Ella’s Story

 

My name is Ella, I am a young adult with congenital heart disease.  I was born with Transposition of the Great Arteries, it was diagnosed a few hours after I was born.

The next day I had a hole blown in my heart to allow oxygenated blood to get around my body. I needed an arterial switch operation to ensure I could survive outside of an incubator, this was done when I was just 5 days old; 8 weeks later, after an agonising wait, my parents were finally allowed to take me home.

I had a few more closed heart procedures over the years, but at around 3 years old the cardiac team at Bristol Children’s Hospital decided I needed another open heart surgery. I was once again put to sleep and my parents left to wait and hope that their child would come home soon.

I came out thriving, a strong healthy little girl who would grow up having to go back and forth to the hospital for minor closed procedures to prevent my arteries from narrowing too much. I grew up like any other little girl, I would run around and play with friends, unbeknown to me that I was ever unwell.

Soon I reached my early teens and only then I started to notice I was different, changing rooms became my worst nightmare, fearful of being judged for my scars. I started to notice I couldn’t join in with friends at theme parks or funfairs, and I wasn’t as able in sports lessons as other children my age. I remember being stupidly annoyed I wasn’t allowed my ears pierced, I stormed out of the hospital, angry that I had to put up with being ill and I couldn’t even have pretty earrings to make it all better. Looking back now, it’s laughable but at the time, I felt that my world was a waste of time. What was the point of all these hospital visits?!

Growing up is difficult at the best of times, but having a heart condition makes it a whole lot harder. I feel like I’m a ticking time bomb and I’ve always been aware that at anytime my heart could need further intervention.

So just before my 21st birthday my consultant invited me in to have some tests. Which showed up I had a blocked coronary artery, it had been blocked from my first operation at 5 days old. My whole world was shattered, they wanted to operate. I screamed and told them I wasn’t doing it, they would need to harvest veins from my chest wall, legs and arms. I had a big enough scar to deal with, I certainly did not want more scars. My mum talked me round and in April 2014 I went into hospital for my 3rd open heart surgery.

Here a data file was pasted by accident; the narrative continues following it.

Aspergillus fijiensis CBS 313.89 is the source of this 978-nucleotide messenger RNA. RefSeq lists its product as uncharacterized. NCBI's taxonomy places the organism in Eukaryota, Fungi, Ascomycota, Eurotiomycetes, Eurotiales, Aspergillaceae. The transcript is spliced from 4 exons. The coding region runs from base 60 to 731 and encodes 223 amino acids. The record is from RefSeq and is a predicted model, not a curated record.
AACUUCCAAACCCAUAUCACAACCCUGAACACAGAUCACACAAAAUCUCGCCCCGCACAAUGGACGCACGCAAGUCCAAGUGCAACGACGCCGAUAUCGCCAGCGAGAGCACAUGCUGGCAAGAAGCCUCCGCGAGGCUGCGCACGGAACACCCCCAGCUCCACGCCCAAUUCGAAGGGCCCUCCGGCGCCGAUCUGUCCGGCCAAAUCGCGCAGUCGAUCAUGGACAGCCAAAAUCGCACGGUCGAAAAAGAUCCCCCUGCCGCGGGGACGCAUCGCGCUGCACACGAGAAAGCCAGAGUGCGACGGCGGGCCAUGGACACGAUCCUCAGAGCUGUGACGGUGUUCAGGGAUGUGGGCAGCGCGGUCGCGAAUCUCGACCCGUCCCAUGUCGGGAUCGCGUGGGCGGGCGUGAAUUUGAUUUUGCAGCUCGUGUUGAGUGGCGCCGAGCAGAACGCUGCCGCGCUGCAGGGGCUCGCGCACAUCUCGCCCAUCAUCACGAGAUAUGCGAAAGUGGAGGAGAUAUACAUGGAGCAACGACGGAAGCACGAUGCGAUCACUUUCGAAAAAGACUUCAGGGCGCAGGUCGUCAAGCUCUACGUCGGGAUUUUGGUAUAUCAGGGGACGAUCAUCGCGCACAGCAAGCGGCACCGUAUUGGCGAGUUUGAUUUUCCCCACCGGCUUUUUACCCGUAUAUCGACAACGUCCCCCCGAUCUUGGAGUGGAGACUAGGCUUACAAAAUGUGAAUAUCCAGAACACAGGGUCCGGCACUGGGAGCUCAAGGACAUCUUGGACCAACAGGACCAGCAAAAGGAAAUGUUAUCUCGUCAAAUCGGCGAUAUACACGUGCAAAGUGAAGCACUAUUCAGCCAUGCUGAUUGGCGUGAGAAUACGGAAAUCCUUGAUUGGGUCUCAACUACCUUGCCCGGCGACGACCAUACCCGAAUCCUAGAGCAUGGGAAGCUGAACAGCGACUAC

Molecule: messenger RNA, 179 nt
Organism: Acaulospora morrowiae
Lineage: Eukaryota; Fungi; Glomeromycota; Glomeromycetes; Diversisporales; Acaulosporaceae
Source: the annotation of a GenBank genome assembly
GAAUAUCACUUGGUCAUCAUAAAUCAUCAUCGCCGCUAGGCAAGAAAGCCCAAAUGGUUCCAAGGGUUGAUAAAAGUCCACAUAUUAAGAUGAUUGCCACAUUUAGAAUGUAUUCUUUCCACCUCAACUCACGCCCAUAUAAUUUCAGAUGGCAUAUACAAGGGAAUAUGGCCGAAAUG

Two years on and my life is going better than I could have ever imagined, shortly after my operation I found Youth@Heart, I had wanted to give my time to a charity which would help other people like me.

Youth@Heart have already changed my life just through volunteering with them, the thought that even if one young adult could be helped by the Youth Worker is amazing. I struggled daily before, during and after my operation, the team at Bristol Heart Institute are fantastic but they are all medically inclined. They don’t quite get how difficult just waking up and carrying on everyday is.

I’m doing well now thanks to the intervention of Bristol Heart Institute and an even bigger thanks to an amazing support network I have from my friends and family. However, sometimes this just isn’t enough, there’s only so many times that people want to listen about your problems and sometimes its difficult to explain how you’re feeling. So difficult in fact, that a year ago I was diagnosed with Post Traumatic Stress Disorder, this was incredibly hard as everyone thought I was being dramatic at first, that I was just trying to get attention. I had nightmares every night; flashbacks and panic attacks daily, to the point I had to leave my job.

After a lot of input from my mum and a mental health worker I’m back at work now and I don’t suffer anymore. I strongly believe had the right support been in place when I had been diagnosed with a blocked coronary artery then I would not have needed help. I think I was expected at 21 years old to be grown up and get on with it, but facing the option of an operation or the end of your life just isn’t that simple and no amount of medical intervention will ever make it easy.

To me, a cardiac youth worker would make a world of difference, they could support us to stay in education and employment and also enable us to be independent, instead of constantly depending on our friends and family.